Brent Preston: Grow Something Good

That’s the aim of Farmers for Climate Solutions, a national coalition of farmers and farmer-supporting organizations who believe that agriculture must be part of the solution to climate change. Climate-friendly farming is not only good for the planet, it’s good for people, too.

There’s no denying it. Across Canada, there’s a growing realization: climate change is a severe threat to the entire agricultural industry. “More and more farmers are realizing that we need to adapt aggressively to the changing climate,” says Brent Preston, the director of Farmers for Climate Solutions.

It’s no surprise that Preston is one of the leaders of the coalition. Originally from Toronto, he and his wife, Gillian, bought the New Farm, on the Niagara Escarpment near the village of Creemore, almost 20 years ago, growing vegetables sustainably and growing connections among farmers, chefs and low-income urban communities, too. But more about that later.

Back to the farmers and the coalition: everyone knows there’s strength in numbers. “We make change by working together and fighting for the change we want,” says Preston. “So, Farmers for Climate Solutions has given us an opportunity to take the lessons we’ve learned on our farm and try to use those to promote more substantial political change across the country.”

In Canada, funding for farming is negotiated between provinces, territories and federal governments with five-year Agricultural Policy Frameworks (APFs). With the next one beginning in 2023, the coalition assembled a task force of experts in late 2021, including university researchers and organizations like Ducks Unlimited, to identify the most cost-effective ways to reduce emissions rapidly. They came up with ideas for nitrogen management, manure handling, livestock and soil management, tree management and programs to protect wetlands, putting forth an ambitious report, Rooted in Climate Action, to reduce emissions and strengthen resilience on farms across Canada.

“More and more farmers are realizing that we need to adapt aggressively to the changing climate”

Just this past July, the APF for 2023- 28, called the Sustainable Canadian Agricultural Partnership, was approved. “Ministers in earlier meetings had agreed that climate change was a priority, and we have good policies coming out of the agreement, but it definitely didn’t go as far as we would have liked,” says Preston. Take CO2 emissions, for instance. The Coalition looked at opportunities for emission reduction and came up with about 16 million tonnes of CO2 equivalent that could be cut from the agricultural system. The agreement calls for three to five million tonnes of emission reductions. “It’s good because it’s the first time they [the government] have ever agreed to a target for emission reduction, but it falls short … as they’re only calling for a third of what we think could be achieved if we were more ambitious,” he adds.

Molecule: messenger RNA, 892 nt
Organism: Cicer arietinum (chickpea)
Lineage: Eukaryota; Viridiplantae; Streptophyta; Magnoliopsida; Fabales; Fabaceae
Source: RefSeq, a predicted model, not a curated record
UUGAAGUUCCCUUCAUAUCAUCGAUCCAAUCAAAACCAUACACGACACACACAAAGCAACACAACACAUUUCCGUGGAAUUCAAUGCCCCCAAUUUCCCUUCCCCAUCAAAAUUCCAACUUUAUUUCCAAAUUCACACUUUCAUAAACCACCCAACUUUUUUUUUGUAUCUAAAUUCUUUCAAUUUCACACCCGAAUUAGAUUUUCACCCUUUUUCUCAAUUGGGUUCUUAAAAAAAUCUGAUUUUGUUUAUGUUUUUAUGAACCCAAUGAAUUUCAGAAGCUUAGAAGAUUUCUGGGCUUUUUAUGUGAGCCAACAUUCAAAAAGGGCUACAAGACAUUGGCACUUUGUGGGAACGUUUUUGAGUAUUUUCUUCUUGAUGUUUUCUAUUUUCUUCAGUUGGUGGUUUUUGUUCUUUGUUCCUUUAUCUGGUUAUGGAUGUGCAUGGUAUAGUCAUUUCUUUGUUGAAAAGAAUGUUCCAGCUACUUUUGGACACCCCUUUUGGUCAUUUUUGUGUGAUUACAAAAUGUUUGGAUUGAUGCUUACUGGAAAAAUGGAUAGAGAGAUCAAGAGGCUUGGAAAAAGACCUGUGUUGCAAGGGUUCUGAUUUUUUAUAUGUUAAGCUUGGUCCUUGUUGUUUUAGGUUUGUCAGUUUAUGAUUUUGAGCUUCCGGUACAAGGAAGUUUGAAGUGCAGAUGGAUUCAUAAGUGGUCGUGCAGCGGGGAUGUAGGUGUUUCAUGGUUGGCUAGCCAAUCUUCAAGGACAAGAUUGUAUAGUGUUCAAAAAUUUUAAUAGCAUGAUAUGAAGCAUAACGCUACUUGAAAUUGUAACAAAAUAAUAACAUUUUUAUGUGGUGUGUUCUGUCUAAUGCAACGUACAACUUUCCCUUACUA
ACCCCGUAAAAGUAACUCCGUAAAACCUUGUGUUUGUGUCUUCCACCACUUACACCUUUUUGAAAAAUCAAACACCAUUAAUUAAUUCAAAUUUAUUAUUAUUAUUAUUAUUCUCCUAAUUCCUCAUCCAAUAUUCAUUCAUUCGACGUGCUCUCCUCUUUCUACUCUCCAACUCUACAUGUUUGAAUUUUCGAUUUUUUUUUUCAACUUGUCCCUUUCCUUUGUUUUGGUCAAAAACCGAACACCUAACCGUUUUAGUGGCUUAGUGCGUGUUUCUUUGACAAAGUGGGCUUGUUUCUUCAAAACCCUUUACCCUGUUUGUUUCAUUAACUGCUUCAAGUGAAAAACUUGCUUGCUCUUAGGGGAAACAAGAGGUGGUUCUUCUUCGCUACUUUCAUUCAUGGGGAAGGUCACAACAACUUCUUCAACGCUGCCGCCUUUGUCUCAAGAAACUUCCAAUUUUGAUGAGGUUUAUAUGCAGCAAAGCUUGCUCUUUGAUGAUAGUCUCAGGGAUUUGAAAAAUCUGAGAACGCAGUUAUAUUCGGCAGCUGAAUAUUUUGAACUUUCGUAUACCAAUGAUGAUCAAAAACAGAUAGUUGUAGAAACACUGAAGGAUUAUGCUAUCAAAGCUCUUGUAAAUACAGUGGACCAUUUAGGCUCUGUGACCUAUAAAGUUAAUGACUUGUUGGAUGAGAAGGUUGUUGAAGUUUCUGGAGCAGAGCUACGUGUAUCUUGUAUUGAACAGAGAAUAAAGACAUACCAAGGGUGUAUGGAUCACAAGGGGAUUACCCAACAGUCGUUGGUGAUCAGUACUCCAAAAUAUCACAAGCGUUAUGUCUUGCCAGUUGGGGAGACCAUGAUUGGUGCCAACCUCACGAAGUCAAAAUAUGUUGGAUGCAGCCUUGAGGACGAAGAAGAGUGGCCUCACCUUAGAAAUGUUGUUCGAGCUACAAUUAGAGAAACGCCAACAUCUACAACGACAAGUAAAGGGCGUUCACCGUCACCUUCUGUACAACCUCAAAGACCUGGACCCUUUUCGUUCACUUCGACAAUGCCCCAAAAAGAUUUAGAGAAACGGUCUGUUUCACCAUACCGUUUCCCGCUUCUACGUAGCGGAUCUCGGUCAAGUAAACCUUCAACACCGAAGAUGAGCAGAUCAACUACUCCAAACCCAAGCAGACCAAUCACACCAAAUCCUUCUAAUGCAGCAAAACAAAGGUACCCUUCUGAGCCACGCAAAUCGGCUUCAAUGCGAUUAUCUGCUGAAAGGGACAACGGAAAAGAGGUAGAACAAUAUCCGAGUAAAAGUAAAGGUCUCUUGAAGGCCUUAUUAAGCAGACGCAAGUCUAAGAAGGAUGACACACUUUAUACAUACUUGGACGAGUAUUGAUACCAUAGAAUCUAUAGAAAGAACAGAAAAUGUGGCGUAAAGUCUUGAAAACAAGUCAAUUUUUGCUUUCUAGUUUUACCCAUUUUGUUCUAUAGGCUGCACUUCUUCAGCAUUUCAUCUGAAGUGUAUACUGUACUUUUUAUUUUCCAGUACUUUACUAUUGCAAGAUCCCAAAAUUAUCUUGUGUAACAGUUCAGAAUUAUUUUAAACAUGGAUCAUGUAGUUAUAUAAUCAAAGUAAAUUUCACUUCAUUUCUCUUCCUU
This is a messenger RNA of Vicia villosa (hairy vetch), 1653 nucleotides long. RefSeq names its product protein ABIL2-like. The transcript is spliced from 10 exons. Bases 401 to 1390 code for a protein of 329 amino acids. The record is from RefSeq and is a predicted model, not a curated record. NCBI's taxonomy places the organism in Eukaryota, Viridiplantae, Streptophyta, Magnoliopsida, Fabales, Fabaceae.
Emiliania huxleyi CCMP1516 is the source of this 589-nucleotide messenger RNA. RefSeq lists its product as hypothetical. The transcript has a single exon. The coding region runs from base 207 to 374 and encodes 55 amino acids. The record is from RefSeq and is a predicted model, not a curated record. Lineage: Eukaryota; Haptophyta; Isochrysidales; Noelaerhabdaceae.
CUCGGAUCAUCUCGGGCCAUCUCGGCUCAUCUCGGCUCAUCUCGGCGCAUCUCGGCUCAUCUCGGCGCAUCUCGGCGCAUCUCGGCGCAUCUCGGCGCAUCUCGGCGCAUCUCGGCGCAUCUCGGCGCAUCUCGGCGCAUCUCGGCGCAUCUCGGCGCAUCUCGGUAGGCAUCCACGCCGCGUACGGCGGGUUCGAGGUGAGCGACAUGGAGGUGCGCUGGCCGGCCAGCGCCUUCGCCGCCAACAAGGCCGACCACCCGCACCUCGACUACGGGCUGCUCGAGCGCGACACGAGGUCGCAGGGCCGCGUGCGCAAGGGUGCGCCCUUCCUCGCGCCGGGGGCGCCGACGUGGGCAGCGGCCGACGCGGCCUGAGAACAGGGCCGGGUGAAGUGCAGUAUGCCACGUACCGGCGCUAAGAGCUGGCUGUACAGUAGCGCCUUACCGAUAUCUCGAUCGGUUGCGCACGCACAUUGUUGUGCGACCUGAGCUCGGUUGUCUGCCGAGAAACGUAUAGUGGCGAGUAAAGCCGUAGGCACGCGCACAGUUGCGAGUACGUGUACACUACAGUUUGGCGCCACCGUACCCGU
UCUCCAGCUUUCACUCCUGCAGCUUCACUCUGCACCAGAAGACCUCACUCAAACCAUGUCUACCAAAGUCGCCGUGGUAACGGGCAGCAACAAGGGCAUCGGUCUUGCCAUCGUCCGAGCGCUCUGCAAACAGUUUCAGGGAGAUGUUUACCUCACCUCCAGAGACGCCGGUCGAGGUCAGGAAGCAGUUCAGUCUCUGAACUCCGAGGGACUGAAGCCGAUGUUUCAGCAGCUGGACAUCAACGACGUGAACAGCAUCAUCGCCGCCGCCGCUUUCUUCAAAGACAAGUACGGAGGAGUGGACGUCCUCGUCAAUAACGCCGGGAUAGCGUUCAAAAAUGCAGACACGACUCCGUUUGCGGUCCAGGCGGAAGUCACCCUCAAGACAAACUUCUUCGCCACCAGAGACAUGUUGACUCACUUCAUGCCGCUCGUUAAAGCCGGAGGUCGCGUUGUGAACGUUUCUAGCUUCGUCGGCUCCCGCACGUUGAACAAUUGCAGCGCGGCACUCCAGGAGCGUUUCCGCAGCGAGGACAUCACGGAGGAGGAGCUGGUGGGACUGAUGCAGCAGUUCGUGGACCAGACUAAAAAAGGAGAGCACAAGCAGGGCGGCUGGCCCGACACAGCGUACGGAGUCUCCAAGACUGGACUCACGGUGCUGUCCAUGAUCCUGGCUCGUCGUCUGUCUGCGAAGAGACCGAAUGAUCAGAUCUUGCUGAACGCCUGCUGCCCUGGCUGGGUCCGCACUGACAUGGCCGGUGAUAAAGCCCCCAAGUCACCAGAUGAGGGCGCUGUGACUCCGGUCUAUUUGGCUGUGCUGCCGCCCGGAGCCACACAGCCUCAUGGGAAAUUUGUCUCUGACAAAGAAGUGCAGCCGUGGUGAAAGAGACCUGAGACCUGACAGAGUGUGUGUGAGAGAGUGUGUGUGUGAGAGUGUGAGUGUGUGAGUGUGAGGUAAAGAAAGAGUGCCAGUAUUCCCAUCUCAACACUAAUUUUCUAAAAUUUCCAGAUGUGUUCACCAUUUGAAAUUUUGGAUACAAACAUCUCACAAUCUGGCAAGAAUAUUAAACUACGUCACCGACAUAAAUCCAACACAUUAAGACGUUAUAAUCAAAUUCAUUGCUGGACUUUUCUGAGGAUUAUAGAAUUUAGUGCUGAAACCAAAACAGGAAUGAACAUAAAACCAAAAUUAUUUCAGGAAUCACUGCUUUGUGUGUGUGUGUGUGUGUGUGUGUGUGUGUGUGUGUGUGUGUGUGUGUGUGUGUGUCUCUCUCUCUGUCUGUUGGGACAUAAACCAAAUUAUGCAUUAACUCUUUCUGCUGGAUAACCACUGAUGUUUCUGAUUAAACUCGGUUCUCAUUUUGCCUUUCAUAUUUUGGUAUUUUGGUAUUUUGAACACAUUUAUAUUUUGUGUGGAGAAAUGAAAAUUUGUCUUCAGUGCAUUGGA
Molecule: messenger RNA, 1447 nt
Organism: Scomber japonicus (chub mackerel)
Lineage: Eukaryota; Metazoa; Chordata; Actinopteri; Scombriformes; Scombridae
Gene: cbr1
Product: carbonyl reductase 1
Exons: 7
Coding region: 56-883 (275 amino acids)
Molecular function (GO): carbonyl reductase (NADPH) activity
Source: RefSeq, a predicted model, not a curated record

It’s not easy. The crux of the problem is that these measures can be costly for farmers to adopt. So, Preston focuses on the advantages for all Canadians. “We all benefit when we produce less greenhouse gases and when our agricultural system is more resilient,” he says. How to deal with farmers who aren’t on board? Essentially, Preston tries to just get them moving in the right direction, “because the climate crisis in farming means we don’t have time to mess around — we have got to get moving.”

One thing Preston is glad about is that people are now talking openly about farmers’ mental health. “I’ve struggled with depression, mostly because I focus too much on work, and too much time spent toiling away alone,” he says. He’s not alone. Canada’s farming system has evolved over the past 50 years to make it more common that one person runs a big operation, limiting day-to-day contact with others. Add things like the weather and financial stress, and you can see how it happens. “I’m hopeful that more people are talking about it, and I’m also happy that we’ve been able to find a model on our farm in which we’re better able to take care of ourselves,” he says. That includes pursuing other farm-related passions, but not necessarily working on the farm every day.

In fact, at the New Farm it’s been a bit of a roller-coaster since the pandemic. Since most of their sales were to restaurants, they lost that business and started selling their produce to grocery stores. Now they’ve pivoted again, sending most of their produce to food banks and to good-food organizations. “We’ve done that by raising money from some amazing companies and individuals who basically buy our food so we can send it to food banks and people who can’t afford to buy it,” he says. That’s a big deal for Preston. “For our family, we think about food as a basic human right — so that’s amazing!”

Right from the start, Preston has been an advocate of organic sustainable farming and, in fact, he chronicled his family’s experiences and laid out a model for a new kind of agriculture in a book called (what else?) The New Farm. Recently, a production company has purchased the film rights, and there are plans for a TV series. You might think all this might go to one’s head. But Preston has his feet planted firmly on the ground, and he leads by example. One lesson he wants to pass on to his kids is that no matter what career path you take in life, you can always be doing good. “Whatever you’re passionate about, you can find a way to do it that makes things better for other people,” he says.


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Donna Paris

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